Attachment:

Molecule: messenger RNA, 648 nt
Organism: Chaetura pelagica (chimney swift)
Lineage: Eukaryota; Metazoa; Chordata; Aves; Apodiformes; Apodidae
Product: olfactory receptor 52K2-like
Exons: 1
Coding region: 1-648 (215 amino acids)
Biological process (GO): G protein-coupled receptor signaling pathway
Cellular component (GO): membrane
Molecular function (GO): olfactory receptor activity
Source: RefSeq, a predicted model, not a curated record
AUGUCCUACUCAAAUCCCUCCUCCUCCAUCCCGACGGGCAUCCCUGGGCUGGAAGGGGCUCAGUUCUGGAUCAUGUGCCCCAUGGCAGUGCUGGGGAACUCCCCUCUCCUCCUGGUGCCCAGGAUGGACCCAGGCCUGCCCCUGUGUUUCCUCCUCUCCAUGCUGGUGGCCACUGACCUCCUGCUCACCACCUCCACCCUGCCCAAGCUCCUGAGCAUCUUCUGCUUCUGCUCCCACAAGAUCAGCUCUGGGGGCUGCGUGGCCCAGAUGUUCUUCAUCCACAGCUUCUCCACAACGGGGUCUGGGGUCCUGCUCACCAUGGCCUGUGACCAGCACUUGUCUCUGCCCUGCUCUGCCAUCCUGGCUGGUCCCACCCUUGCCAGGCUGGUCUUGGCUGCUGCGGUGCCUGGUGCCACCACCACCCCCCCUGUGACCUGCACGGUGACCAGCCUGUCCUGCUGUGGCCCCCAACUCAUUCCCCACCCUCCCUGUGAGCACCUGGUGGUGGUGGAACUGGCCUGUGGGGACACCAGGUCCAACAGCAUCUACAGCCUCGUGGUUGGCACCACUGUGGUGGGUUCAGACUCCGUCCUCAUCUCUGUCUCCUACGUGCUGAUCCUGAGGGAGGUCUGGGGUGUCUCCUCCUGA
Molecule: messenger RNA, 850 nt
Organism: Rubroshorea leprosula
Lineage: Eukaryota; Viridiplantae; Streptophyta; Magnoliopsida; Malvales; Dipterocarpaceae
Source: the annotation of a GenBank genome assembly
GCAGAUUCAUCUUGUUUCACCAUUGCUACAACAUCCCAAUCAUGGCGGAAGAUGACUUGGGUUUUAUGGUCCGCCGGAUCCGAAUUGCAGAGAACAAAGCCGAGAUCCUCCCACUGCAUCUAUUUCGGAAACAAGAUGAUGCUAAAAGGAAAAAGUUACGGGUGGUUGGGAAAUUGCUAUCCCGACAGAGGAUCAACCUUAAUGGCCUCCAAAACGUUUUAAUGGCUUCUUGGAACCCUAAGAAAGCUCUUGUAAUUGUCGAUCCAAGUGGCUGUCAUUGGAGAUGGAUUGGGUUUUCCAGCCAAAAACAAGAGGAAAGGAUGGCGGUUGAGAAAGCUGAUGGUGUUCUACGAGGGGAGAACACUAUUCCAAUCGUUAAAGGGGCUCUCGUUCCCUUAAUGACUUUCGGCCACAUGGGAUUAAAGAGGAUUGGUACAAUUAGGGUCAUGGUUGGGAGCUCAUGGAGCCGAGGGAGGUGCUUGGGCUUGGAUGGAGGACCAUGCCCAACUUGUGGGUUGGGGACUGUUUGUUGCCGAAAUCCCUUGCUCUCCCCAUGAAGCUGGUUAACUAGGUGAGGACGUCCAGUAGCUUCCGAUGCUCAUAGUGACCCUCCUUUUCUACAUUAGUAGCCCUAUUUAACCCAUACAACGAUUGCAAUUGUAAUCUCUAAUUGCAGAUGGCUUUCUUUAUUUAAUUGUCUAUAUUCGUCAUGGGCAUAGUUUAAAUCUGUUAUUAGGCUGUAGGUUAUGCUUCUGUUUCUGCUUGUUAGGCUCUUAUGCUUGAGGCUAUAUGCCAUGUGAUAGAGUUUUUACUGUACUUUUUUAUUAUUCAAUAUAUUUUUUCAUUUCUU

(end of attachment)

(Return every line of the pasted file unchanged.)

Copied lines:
Molecule: messenger RNA, 648 nt
Organism: Chaetura pelagica (chimney swift)
Lineage: Eukaryota; Metazoa; Chordata; Aves; Apodiformes; Apodidae
Product: olfactory receptor 52K2-like
Exons: 1
Coding region: 1-648 (215 amino acids)
Biological process (GO): G protein-coupled receptor signaling pathway
Cellular component (GO): membrane
Molecular function (GO): olfactory receptor activity
Source: RefSeq, a predicted model, not a curated record
AUGUCCUACUCAAAUCCCUCCUCCUCCAUCCCGACGGGCAUCCCUGGGCUGGAAGGGGCUCAGUUCUGGAUCAUGUGCCCCAUGGCAGUGCUGGGGAACUCCCCUCUCCUCCUGGUGCCCAGGAUGGACCCAGGCCUGCCCCUGUGUUUCCUCCUCUCCAUGCUGGUGGCCACUGACCUCCUGCUCACCACCUCCACCCUGCCCAAGCUCCUGAGCAUCUUCUGCUUCUGCUCCCACAAGAUCAGCUCUGGGGGCUGCGUGGCCCAGAUGUUCUUCAUCCACAGCUUCUCCACAACGGGGUCUGGGGUCCUGCUCACCAUGGCCUGUGACCAGCACUUGUCUCUGCCCUGCUCUGCCAUCCUGGCUGGUCCCACCCUUGCCAGGCUGGUCUUGGCUGCUGCGGUGCCUGGUGCCACCACCACCCCCCCUGUGACCUGCACGGUGACCAGCCUGUCCUGCUGUGGCCCCCAACUCAUUCCCCACCCUCCCUGUGAGCACCUGGUGGUGGUGGAACUGGCCUGUGGGGACACCAGGUCCAACAGCAUCUACAGCCUCGUGGUUGGCACCACUGUGGUGGGUUCAGACUCCGUCCUCAUCUCUGUCUCCUACGUGCUGAUCCUGAGGGAGGUCUGGGGUGUCUCCUCCUGA
Molecule: messenger RNA, 850 nt
Organism: Rubroshorea leprosula
Lineage: Eukaryota; Viridiplantae; Streptophyta; Magnoliopsida; Malvales; Dipterocarpaceae
Source: the annotation of a GenBank genome assembly
GCAGAUUCAUCUUGUUUCACCAUUGCUACAACAUCCCAAUCAUGGCGGAAGAUGACUUGGGUUUUAUGGUCCGCCGGAUCCGAAUUGCAGAGAACAAAGCCGAGAUCCUCCCACUGCAUCUAUUUCGGAAACAAGAUGAUGCUAAAAGGAAAAAGUUACGGGUGGUUGGGAAAUUGCUAUCCCGACAGAGGAUCAACCUUAAUGGCCUCCAAAACGUUUUAAUGGCUUCUUGGAACCCUAAGAAAGCUCUUGUAAUUGUCGAUCCAAGUGGCUGUCAUUGGAGAUGGAUUGGGUUUUCCAGCCAAAAACAAGAGGAAAGGAUGGCGGUUGAGAAAGCUGAUGGUGUUCUACGAGGGGAGAACACUAUUCCAAUCGUUAAAGGGGCUCUCGUUCCCUUAAUGACUUUCGGCCACAUGGGAUUAAAGAGGAUUGGUACAAUUAGGGUCAUGGUUGGGAGCUCAUGGAGCCGAGGGAGGUGCUUGGGCUUGGAUGGAGGACCAUGCCCAACUUGUGGGUUGGGGACUGUUUGUUGCCGAAAUCCCUUGCUCUCCCCAUGAAGCUGGUUAACUAGGUGAGGACGUCCAGUAGCUUCCGAUGCUCAUAGUGACCCUCCUUUUCUACAUUAGUAGCCCUAUUUAACCCAUACAACGAUUGCAAUUGUAAUCUCUAAUUGCAGAUGGCUUUCUUUAUUUAAUUGUCUAUAUUCGUCAUGGGCAUAGUUUAAAUCUGUUAUUAGGCUGUAGGUUAUGCUUCUGUUUCUGCUUGUUAGGCUCUUAUGCUUGAGGCUAUAUGCCAUGUGAUAGAGUUUUUACUGUACUUUUUUAUUAUUCAAUAUAUUUUUUCAUUUCUU